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Big screen or small screen.

There was a time when television was cinema’s poor cousin. An actor began their career in some sitcom or drama, hoping to draw the attention of Hollywood and then graduate to the big screen.

Sometimes those transitions were surprising. Who would have predicted that Bruce Willis – already a household name for his comic turn in Moonlighting – would overnight become an action star with Die Hard? Woody Harrelson was known to TV viewers as loveably dim-witted barman Woody Boyd in Cheers before headlining as a serial killer in the controversial Natural Born Killers.

To work in film and then return to television was seen as a sign of career back step – think of Robert Downey Jr’s guest appearances on Ally McBeal in the late 90s.

Perhaps the star to break the trend was Kiefer Sutherland, when he took the lead in 2001 TV thriller 24. The show was a massive success and now Sutherland’s name is synonymous with his character Jack Bauer. At a similar time, Martin Sheen began his role as President Bartlet in acclaimed series The West Wing.

Since then, big screen actors have increasingly divided their time between cinema and television. Last year Nicole Kidman and Reese Witherspoon headlined Big Little Lies, which promises to add Meryl Streep to its cast this year. Fargo has had an impressive cast of big names including Ewan McGregor and Kirsten Dunst – and that’s just the tip of the iceberg.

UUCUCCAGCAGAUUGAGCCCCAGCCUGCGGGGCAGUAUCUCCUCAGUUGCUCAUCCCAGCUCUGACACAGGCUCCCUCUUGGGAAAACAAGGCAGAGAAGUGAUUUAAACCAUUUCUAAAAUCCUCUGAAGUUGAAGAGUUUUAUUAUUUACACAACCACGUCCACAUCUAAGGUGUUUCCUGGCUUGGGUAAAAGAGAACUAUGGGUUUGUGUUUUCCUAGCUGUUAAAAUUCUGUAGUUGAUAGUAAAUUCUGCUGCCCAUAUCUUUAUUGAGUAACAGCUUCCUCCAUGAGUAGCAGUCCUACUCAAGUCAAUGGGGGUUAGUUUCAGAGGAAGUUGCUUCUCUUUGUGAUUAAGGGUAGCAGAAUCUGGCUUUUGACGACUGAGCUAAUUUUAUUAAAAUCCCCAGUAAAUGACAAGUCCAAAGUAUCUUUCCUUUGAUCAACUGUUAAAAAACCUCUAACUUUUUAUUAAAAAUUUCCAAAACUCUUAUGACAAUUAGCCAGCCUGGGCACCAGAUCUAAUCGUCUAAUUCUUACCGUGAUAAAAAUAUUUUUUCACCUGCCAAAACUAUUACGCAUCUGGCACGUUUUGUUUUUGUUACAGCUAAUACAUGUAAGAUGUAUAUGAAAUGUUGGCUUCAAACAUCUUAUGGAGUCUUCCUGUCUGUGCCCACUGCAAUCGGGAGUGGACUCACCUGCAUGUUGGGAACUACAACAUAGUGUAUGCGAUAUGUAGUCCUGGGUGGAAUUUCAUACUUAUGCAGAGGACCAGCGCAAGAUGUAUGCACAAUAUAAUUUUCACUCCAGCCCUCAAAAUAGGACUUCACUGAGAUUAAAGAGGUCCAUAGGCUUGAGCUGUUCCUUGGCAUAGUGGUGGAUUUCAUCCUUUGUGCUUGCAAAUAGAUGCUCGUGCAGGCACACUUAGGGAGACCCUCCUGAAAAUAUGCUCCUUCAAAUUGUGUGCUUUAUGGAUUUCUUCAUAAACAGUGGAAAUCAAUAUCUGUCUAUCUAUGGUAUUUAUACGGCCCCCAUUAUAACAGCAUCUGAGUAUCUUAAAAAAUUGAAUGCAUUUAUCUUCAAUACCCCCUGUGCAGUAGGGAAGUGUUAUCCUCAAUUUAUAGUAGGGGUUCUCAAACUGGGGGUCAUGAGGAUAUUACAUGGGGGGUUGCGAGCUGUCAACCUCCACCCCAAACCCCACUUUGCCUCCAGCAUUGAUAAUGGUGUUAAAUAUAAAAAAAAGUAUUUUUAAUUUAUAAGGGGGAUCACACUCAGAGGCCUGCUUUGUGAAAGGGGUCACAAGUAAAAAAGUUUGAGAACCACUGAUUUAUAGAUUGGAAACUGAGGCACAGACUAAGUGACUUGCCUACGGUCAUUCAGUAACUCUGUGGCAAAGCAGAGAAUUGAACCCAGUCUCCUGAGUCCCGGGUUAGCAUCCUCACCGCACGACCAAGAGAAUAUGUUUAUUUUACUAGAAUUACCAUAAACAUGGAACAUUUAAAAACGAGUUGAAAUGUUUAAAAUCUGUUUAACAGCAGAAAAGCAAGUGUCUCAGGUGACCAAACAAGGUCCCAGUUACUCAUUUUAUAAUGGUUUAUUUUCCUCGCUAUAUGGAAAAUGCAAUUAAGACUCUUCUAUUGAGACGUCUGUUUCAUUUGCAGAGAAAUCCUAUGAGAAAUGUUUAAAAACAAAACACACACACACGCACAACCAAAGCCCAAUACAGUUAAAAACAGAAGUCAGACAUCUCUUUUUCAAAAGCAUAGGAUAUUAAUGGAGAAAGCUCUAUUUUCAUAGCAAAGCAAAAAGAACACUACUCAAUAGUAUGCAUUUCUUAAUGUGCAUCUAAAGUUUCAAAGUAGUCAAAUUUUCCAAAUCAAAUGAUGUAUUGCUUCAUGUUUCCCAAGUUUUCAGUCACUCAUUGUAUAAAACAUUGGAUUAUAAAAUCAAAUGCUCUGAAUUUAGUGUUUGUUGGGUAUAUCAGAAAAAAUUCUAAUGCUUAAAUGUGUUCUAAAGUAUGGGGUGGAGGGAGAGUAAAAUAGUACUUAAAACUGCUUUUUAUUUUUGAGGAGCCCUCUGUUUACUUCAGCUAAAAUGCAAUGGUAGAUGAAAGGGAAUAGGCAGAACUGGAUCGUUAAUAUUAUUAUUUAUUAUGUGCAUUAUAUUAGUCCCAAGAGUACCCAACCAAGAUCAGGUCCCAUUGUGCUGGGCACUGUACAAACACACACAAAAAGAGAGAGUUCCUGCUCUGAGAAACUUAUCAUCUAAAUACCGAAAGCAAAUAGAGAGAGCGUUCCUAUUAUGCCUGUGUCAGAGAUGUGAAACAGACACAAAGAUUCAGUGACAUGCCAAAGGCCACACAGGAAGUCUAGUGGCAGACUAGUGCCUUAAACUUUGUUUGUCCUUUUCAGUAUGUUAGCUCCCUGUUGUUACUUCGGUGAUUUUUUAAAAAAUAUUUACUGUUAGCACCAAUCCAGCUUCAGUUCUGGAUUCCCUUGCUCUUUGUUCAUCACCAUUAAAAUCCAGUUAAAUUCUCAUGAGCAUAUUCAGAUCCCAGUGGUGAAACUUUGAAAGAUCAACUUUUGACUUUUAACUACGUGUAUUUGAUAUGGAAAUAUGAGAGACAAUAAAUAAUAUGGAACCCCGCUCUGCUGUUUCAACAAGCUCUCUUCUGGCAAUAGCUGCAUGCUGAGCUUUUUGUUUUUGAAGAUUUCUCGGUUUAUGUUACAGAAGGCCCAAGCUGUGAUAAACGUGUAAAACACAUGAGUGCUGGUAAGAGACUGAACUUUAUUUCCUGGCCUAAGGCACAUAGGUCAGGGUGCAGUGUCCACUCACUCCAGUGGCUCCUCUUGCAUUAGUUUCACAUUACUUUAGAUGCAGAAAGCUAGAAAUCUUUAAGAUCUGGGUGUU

Often actors cite the longer format of a television series as the reason for its draw, with the opportunity to play a character for more than the couple of hours a feature film allows. Now companies like Netflix provide budgets to rival Hollywood movies, tv series often have the production values to compete with anything seen on the big screen.

It feels like a welcome change for everyone; filmmakers and actors get to work on more adventurous projects that wouldn’t necessarily be funded for cinema, and audiences get to enjoy some wonderful television.

Catch Woody Harrelson in the opening film of our new season, The Glass Castle on Tuesday 1st May at 7.30pm


By Tom Brookes


From our weekly column in the Oswestry Advertizer, published on 10th April 2018.


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Oswestry Film Society is a non-profit organisation run by volunteers in partnership with Oswestry's Kinokulture Cinema.  Our income goes into booking films and venue overheads.  We started in October 2015 and screen 3 seasons per year.